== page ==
Criteria for Classifying Workers

In broad terms, the distinction between an employee and independent contractor involves an analysis of the amount of control the parent organization has over the individual and the economic reality of the extent to which the members of the class of workers are financially dependent on the parent organization. The classification of workers is highly subjective and as the written opinion in the PIAA case stated at the beginning of its analysis of the issue as it applies to sports officials, “determining whether a worker is an employee or independent contractor for purposes of the NLRA is more art than science.”

The D.C. Court of Appeals identified 10 specific criteria that have historically been applied by courts in making the decision whether a group of workers are employees or independent contractors:

  1. The extent of the employer’s control over the work;
  2. Whether the worker is engaged in a distinct occupation or business;
  3. The type of occupation and whether it is usually done under the direction of the employer or without supervision by the worker who is a specialist;
  4. The level of skill required for the occupation and whether expertise was being provided by workers in lieu of more generalized knowledge possessed by the employer;
  5. Who supplies the instrumentalities, tools and the place of work;
  6. The length of time for which the person is employed in terms of the percentage of the work-year and whether the person engages in work for multiple employers;
  7. Whether the method of payment is based on the time expended or by the job and how often the workers are engaged in work for the employer;
  8. Whether the work is part of the employer’s regular business or only one small part of much larger range of work and tasks comprising the employer’s business;
  9. Whether the parties believe they are creating the legal relationship of master and servant related to the employer’s right to direct and micro-manage the worker; and
  10. Whether the employer is or is not in the business involving the skills being provided by the workers.

The D.C. Court of Appeals also stated that the classification process should involve an 11th factor of evaluation focusing on “whether the workers have a significant entrepreneurial opportunity for gain or loss” – that is, whether workers can themselves seek greater financial returns by hiring assistants, subcontracting their work, finding cheaper replacements and pocketing the difference in remuneration, or similar strategies for entrepreneurial benefit.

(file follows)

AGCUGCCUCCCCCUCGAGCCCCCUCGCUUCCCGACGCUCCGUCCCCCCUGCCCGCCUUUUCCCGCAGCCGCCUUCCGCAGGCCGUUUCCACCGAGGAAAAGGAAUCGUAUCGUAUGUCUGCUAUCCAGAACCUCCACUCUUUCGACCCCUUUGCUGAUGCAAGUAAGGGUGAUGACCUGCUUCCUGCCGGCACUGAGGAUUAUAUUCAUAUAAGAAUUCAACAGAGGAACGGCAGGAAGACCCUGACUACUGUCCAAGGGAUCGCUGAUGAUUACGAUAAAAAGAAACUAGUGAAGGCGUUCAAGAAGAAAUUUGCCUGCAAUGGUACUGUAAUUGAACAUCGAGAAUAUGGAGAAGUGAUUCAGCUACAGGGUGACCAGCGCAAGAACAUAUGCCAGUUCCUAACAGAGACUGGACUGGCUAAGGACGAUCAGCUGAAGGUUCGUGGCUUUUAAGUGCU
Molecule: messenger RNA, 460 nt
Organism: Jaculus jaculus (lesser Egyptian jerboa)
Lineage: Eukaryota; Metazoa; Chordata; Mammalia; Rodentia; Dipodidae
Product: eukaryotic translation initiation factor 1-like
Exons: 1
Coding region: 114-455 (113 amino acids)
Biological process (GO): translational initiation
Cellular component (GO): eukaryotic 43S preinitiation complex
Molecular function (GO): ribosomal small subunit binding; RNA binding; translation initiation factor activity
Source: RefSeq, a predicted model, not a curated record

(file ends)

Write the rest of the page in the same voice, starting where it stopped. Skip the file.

Applying the 10 criteria and the entrepreneurial-opportunity factor to the lacrosse officials, the appellate court concluded that the evaluation decisively favored classification as independent contractors, noting that the PIAA itself pays officials for very few games per year – only during state playoffs – and that payment is per contest, not hourly for the time expended per event (criteria 7) and that throughout the regular season, officials are paid by the individual schools hosting events, not by the state association.

Also cutting in favor of independent contractor status was the fact that the lacrosse officials typically earned money from officiating games for only 11 weeks per year and that sports officiating was a part-time sideline for almost all of them (criteria 6). Also, officiating requires skill and expertise (criteria 4); the officials provide their own equipment (criteria 5); and the intentions of the parties regarding their relationship as reflected in the contracts signed by officials, the Officials’ Manual, and the PIAA Constitution and Bylaws are that referees are independent contractors (criteria 9).

The appellate court stated that other criteria were “a mixed bag” because the control exercised by the PIAA was limited to the officials using the rules of the sports as established by the state association, but that referees nevertheless used an extensive amount of discretion throughout every contest in making calls (criteria Nos. 1 and 3) and the court also observed that some criteria cut toward employee status, such as the officials’ business of enforcing uniform rules and administering education-based sports events being highly similar to the PIAA’s business (criteria Nos. 2, 8 and 10) and the lack of meaningful entrepreneurial opportunity for the officials.

Finally, the D.C. Court of Appeals noted that the application of the criteria in almost every other court’s decision involving the employment status of amateur sports officials has come to the same conclusion that they are independent contractors, not employees.


State associations should be keenly aware of the criteria set forth by the D.C. Court of Appeals in the PIAA decision and proactively exercise caution to ensure that the application of those factors to the use of officials in all sports cuts in favor of classification as independent contractors as opposed to employees.